Economic crisis

Published April 14, 2022

BY any definition, Pakistan’s current economic situation is dire. Admittedly, the new coalition government is inheriting an economy encumbered with rising price inflation, widening fiscal and current account deficits and diminishing foreign currency reserves. It is also bedevilled by a volatile political environment.

Even if former finance minister Shaukat Tarin’s contention that the PTI has left the economy in a better shape than it had inherited in 2018 is not rejected out of hand, the challenge of turning it around, or at least providing some relief to inflation-stricken citizens anytime soon, is a formidable one for the new set-up.

However, exaggerating the ‘facts’ will not help either. The estimates of the twin fiscal and current account deficits given by Miftah Ismail at his Tuesday presser are on the higher side. But then, we have seen this pattern before: every new government needlessly amplifies the economic crisis to discredit their predecessors.

In the present case, the current account deficit is growing but is unlikely to reach the $20bn mark as claimed by Mr Ismail. The fiscal deficit is burgeoning, and may cross the previous government’s estimates of slightly over 6pc of GDP. Yet it is an exaggeration to say it would increase to 10pc by the close of the current fiscal year. Reserves are down. Yet, as the State Bank says, Pakistan’s external financing needs for the present fiscal are “fully met from identified sources”.

Read: An economic catastrophe

The economy is in deep trouble, and indeed in a worse state than what the PTI had inherited; there is no denying these facts. The situation is complicated by the IMF decision to delay the $1bn tranche due to the third tax amnesty given by the previous government to the wealthy, as well as political uncertainty in the country. China is taking its time to roll over its debt of nearly $2.5bn as it waits for the political dust to settle. Once the IMF is back as expected, since Mr Ismail has promised to honour Islamabad’s commitments to the lender, and China rolls over its loan, the reserves are likely to start rising.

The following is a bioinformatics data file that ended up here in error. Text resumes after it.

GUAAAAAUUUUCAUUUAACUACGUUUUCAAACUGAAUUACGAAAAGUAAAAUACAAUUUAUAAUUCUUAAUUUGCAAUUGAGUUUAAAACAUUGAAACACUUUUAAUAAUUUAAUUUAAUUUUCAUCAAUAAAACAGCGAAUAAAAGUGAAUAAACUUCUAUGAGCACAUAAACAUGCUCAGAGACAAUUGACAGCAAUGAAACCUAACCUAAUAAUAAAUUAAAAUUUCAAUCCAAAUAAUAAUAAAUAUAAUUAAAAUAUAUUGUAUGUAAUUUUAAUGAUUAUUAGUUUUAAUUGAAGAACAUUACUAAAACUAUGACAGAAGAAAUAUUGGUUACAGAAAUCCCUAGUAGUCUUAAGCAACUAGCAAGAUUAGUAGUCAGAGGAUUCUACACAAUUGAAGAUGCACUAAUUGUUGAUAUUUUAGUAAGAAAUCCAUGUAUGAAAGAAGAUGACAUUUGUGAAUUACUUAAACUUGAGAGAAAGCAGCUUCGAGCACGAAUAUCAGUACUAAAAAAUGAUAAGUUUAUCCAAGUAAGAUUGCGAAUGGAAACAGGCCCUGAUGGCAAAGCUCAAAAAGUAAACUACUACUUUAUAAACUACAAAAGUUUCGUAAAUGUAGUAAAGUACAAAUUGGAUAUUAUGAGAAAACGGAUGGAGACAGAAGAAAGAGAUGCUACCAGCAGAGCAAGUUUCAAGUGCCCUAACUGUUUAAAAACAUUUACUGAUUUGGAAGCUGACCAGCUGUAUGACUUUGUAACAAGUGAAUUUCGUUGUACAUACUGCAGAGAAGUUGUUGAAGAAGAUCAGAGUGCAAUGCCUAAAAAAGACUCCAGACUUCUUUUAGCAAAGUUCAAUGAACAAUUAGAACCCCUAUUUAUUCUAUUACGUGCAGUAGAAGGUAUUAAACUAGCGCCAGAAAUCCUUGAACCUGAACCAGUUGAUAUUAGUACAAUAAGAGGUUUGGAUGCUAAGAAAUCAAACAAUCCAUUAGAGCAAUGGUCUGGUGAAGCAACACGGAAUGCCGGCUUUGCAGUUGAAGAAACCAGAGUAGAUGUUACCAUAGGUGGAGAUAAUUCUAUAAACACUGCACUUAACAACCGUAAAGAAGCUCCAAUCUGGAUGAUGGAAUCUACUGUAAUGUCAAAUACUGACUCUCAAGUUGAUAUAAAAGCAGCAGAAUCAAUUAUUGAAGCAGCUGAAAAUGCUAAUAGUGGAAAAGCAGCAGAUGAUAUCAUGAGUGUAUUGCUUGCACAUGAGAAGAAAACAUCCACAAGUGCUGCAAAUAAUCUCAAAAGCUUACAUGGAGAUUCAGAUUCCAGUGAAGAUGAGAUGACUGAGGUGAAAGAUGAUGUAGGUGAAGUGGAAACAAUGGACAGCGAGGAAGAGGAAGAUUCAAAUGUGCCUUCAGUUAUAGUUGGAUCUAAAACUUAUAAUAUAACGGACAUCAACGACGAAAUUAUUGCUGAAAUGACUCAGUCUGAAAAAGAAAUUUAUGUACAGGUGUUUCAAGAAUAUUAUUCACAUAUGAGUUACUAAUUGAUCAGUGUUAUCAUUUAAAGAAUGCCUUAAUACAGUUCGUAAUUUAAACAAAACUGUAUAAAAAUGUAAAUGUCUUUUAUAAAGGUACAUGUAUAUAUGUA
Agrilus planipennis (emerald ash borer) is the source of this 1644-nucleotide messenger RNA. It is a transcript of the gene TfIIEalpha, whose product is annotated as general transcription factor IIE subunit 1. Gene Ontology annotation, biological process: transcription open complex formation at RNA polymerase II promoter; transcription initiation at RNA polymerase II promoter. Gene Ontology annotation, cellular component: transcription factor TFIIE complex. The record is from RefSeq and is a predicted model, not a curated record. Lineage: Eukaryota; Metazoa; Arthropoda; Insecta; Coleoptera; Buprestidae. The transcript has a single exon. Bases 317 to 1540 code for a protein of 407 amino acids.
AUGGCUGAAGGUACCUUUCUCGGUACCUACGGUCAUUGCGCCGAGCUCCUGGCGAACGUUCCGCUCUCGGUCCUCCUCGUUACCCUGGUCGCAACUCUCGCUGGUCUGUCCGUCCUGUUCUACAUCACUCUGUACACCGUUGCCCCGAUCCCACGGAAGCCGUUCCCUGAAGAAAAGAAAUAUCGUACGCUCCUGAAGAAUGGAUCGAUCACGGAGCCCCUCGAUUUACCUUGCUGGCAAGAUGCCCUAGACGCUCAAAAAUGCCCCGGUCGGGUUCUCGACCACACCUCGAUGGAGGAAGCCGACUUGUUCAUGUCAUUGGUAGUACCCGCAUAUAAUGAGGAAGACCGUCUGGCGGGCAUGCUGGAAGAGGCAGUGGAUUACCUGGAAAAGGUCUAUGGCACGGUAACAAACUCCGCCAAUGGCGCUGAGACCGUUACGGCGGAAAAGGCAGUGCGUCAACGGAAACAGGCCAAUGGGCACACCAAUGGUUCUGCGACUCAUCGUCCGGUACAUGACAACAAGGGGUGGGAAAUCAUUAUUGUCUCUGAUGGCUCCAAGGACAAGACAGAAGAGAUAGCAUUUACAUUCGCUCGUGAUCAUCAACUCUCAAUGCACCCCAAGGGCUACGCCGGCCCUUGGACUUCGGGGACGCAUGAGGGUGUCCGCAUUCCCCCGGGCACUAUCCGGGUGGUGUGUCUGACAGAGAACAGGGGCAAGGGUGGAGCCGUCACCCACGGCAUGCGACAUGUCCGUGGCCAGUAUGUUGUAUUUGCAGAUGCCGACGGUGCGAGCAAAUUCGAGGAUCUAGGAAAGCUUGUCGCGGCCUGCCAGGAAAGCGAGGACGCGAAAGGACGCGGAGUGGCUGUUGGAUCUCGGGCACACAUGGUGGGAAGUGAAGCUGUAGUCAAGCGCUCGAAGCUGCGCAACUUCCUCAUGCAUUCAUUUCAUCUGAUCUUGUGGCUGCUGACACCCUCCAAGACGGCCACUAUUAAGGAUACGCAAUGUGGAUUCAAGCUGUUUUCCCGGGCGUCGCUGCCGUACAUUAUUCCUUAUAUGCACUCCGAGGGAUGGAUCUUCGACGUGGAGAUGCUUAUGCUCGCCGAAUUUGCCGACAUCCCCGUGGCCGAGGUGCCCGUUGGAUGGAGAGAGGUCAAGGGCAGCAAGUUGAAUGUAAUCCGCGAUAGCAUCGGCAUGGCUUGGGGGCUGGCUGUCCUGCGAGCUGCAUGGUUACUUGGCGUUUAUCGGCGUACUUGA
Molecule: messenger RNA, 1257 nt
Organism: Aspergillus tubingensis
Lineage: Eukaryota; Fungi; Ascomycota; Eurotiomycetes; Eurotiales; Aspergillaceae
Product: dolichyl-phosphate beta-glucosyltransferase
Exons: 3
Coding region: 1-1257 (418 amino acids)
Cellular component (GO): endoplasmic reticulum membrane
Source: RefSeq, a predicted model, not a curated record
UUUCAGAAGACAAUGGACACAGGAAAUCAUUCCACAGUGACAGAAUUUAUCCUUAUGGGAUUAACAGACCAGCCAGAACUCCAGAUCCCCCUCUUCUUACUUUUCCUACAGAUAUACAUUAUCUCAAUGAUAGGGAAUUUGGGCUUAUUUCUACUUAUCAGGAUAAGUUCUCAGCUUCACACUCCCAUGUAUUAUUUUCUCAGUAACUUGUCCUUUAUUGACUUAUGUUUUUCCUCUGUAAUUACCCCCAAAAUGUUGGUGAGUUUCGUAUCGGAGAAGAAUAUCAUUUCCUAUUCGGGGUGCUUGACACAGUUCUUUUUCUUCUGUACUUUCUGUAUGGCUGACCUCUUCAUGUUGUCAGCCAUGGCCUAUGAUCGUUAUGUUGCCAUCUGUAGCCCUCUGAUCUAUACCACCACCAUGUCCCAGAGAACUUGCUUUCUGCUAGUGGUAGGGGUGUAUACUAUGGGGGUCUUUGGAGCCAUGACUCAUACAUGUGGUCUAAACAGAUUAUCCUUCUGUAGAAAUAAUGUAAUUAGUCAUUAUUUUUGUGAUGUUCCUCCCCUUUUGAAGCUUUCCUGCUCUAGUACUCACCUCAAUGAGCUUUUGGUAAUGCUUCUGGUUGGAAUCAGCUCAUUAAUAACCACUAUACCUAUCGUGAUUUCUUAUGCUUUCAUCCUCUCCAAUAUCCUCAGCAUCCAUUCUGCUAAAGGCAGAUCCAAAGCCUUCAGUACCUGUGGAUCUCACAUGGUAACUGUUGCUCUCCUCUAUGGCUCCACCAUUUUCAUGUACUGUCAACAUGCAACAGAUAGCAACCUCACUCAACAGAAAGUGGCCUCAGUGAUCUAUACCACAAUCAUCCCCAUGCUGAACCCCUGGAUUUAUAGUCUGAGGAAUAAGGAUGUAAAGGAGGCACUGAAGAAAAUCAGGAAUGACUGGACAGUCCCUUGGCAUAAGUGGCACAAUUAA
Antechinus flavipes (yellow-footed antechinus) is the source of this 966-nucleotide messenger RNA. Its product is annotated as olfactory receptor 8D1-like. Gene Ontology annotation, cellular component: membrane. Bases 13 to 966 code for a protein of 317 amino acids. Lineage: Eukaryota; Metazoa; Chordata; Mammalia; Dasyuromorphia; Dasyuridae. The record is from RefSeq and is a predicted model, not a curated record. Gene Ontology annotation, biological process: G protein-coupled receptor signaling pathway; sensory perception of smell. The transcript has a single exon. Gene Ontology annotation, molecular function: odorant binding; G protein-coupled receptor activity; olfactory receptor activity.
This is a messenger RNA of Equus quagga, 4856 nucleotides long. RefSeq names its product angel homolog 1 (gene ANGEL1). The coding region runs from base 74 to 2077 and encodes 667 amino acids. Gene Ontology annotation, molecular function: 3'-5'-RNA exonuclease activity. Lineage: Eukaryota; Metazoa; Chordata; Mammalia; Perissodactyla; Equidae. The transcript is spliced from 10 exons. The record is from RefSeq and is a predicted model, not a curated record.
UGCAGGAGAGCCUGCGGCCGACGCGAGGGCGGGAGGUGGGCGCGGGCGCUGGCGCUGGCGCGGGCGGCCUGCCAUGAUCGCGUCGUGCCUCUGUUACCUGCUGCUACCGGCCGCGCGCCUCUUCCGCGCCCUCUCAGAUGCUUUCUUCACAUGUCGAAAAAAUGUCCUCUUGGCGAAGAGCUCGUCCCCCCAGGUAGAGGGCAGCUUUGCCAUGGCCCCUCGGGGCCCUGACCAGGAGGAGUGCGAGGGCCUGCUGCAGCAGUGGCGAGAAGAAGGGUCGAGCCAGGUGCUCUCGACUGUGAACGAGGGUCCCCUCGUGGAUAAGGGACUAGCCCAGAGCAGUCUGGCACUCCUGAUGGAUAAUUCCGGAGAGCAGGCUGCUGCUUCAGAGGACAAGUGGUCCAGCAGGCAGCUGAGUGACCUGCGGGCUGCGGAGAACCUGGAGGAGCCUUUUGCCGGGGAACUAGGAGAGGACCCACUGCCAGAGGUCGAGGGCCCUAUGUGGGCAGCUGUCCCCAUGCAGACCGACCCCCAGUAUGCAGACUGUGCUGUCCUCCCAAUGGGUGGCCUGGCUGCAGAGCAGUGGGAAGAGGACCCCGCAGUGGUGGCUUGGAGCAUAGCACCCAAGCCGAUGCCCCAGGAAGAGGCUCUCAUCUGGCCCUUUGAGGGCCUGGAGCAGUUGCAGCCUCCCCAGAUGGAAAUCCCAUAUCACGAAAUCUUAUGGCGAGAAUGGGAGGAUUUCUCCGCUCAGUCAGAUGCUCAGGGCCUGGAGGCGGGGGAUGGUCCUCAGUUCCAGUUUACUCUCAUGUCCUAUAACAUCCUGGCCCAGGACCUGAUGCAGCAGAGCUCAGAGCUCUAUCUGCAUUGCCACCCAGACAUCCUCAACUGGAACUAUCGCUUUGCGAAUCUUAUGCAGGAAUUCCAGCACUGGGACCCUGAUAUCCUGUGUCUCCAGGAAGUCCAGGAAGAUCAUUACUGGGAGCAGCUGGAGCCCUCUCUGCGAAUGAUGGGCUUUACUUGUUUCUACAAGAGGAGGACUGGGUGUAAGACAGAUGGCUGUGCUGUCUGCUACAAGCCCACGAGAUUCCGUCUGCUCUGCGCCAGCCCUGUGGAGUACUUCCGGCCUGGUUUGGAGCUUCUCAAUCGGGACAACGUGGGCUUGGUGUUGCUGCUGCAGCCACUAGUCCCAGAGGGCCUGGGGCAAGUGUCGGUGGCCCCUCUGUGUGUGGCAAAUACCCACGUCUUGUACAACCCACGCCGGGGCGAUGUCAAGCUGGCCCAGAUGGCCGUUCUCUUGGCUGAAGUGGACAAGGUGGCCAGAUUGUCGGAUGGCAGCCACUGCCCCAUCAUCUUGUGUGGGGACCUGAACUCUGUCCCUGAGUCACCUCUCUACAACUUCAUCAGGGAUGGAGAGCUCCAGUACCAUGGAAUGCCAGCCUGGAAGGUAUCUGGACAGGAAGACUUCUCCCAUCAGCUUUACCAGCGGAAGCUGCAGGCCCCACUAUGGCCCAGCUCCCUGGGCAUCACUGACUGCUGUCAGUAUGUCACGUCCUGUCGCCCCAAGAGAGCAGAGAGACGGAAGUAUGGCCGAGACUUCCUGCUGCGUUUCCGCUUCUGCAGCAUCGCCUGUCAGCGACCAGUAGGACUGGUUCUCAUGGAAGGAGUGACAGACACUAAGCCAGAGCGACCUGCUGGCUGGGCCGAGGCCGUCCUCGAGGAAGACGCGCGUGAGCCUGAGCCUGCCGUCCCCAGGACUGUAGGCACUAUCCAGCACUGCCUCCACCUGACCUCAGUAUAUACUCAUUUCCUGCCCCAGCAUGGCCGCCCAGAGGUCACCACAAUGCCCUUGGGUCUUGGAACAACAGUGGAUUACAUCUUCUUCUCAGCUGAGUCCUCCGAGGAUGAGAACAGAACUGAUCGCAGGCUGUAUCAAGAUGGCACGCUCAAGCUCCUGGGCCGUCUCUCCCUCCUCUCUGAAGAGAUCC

The question is whether the new rulers have what it takes to fix the two major structural problems to sustainably revive the economy. That requires massive growth in taxes by expanding the taxpayers’ base and eliminating exemptions to the powerful, as well as the privatisation of state enterprises, such as the Steel Mills and PIA, to reduce the gap between income and expenditure.

Further, governance and policy reforms are needed to substantially raise productivity for boosting exports and paying import bills. The coalition may not have much time to undertake all these fiscal and productivity reforms, but it can initiate changes to restructure the economy for a sustainable turnaround in the longer term. One hopes it doesn’t resort to populist moves ahead of the elections.

Published in Dawn, April 14th, 2022

Opinion

Editorial

Changing tune
20 Aug, 2022

Changing tune

AFTER about a week of remorse triggered by the blowback over his chief of staff’s controversial statement, it...
Lifting import curbs
20 Aug, 2022

Lifting import curbs

LESS than two months after the passage of the national budget, the PML-N-led ruling coalition has announced new...
Unlawful number plates
20 Aug, 2022

Unlawful number plates

A CRACKDOWN against vehicles plying the roads using ‘AFR’ (applied for registration) number plates, as well as...
Pawn sacrifice
Updated 19 Aug, 2022

Pawn sacrifice

Concerns over torture allegedly perpetrated against Gill are valid and must be looked into forthwith.
Frozen conflict
19 Aug, 2022

Frozen conflict

THE recent discovery of the body of an Indian soldier lost in an ice storm on the Siachen glacier 38 years ago yet...
Deadly rains
19 Aug, 2022

Deadly rains

THERE seems to be no end to our monsoon misery. Deadly rains continue to lash several parts of the country,...